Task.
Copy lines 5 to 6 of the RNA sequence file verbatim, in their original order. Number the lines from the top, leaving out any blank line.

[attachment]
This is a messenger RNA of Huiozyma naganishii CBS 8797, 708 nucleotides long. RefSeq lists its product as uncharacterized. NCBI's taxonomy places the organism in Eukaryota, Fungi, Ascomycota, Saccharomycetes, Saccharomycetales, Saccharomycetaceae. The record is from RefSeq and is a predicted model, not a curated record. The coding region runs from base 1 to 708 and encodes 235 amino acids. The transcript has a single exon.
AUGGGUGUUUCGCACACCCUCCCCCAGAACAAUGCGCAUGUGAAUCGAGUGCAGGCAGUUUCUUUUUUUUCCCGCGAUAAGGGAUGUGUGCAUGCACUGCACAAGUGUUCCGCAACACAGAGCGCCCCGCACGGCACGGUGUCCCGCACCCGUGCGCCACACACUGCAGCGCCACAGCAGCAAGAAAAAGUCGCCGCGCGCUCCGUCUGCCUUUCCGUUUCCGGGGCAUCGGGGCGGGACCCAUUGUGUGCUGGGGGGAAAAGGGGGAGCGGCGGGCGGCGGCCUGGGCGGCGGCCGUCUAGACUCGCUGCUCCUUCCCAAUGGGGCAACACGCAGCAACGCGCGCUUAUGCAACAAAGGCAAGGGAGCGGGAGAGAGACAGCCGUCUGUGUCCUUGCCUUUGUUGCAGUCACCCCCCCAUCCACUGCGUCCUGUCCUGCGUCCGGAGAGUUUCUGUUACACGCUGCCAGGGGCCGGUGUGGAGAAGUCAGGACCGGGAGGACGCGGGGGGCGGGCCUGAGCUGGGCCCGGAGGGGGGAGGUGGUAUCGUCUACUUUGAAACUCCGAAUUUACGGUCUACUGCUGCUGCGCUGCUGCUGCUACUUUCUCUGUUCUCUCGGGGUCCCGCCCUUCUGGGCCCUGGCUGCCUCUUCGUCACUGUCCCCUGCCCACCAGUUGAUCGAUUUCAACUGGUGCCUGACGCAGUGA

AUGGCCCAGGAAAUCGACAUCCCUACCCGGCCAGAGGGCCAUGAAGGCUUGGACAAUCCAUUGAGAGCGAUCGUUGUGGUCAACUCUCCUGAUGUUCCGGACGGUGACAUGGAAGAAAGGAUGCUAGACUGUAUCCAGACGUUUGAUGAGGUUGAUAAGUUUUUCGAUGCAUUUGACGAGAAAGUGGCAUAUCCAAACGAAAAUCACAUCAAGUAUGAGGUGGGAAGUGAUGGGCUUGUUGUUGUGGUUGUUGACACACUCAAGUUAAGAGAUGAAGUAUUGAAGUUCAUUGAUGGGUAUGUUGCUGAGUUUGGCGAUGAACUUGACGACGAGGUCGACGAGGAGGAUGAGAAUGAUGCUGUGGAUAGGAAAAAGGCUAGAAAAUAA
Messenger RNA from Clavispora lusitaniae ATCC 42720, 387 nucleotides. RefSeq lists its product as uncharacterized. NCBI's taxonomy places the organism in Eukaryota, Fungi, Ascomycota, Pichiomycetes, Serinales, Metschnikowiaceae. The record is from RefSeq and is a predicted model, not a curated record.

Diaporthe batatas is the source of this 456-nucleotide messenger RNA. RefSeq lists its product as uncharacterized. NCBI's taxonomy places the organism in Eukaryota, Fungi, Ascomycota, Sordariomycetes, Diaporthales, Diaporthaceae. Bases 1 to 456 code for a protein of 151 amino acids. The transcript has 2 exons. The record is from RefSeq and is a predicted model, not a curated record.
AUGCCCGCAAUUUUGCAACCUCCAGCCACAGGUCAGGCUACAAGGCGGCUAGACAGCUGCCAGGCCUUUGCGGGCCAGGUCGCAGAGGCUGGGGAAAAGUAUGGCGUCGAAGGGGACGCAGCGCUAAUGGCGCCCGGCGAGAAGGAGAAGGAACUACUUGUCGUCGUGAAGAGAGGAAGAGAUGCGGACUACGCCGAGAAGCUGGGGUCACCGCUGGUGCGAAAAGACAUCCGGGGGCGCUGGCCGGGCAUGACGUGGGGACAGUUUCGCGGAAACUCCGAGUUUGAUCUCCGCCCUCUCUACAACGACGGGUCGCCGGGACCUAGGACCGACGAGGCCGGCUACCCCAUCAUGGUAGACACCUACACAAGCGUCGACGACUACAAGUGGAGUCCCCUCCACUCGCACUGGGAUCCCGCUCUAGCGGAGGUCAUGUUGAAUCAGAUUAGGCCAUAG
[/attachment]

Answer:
Diaporthe batatas is the source of this 456-nucleotide messenger RNA. RefSeq lists its product as uncharacterized. NCBI's taxonomy places the organism in Eukaryota, Fungi, Ascomycota, Sordariomycetes, Diaporthales, Diaporthaceae. Bases 1 to 456 code for a protein of 151 amino acids. The transcript has 2 exons. The record is from RefSeq and is a predicted model, not a curated record.
AUGCCCGCAAUUUUGCAACCUCCAGCCACAGGUCAGGCUACAAGGCGGCUAGACAGCUGCCAGGCCUUUGCGGGCCAGGUCGCAGAGGCUGGGGAAAAGUAUGGCGUCGAAGGGGACGCAGCGCUAAUGGCGCCCGGCGAGAAGGAGAAGGAACUACUUGUCGUCGUGAAGAGAGGAAGAGAUGCGGACUACGCCGAGAAGCUGGGGUCACCGCUGGUGCGAAAAGACAUCCGGGGGCGCUGGCCGGGCAUGACGUGGGGACAGUUUCGCGGAAACUCCGAGUUUGAUCUCCGCCCUCUCUACAACGACGGGUCGCCGGGACCUAGGACCGACGAGGCCGGCUACCCCAUCAUGGUAGACACCUACACAAGCGUCGACGACUACAAGUGGAGUCCCCUCCACUCGCACUGGGAUCCCGCUCUAGCGGAGGUCAUGUUGAAUCAGAUUAGGCCAUAG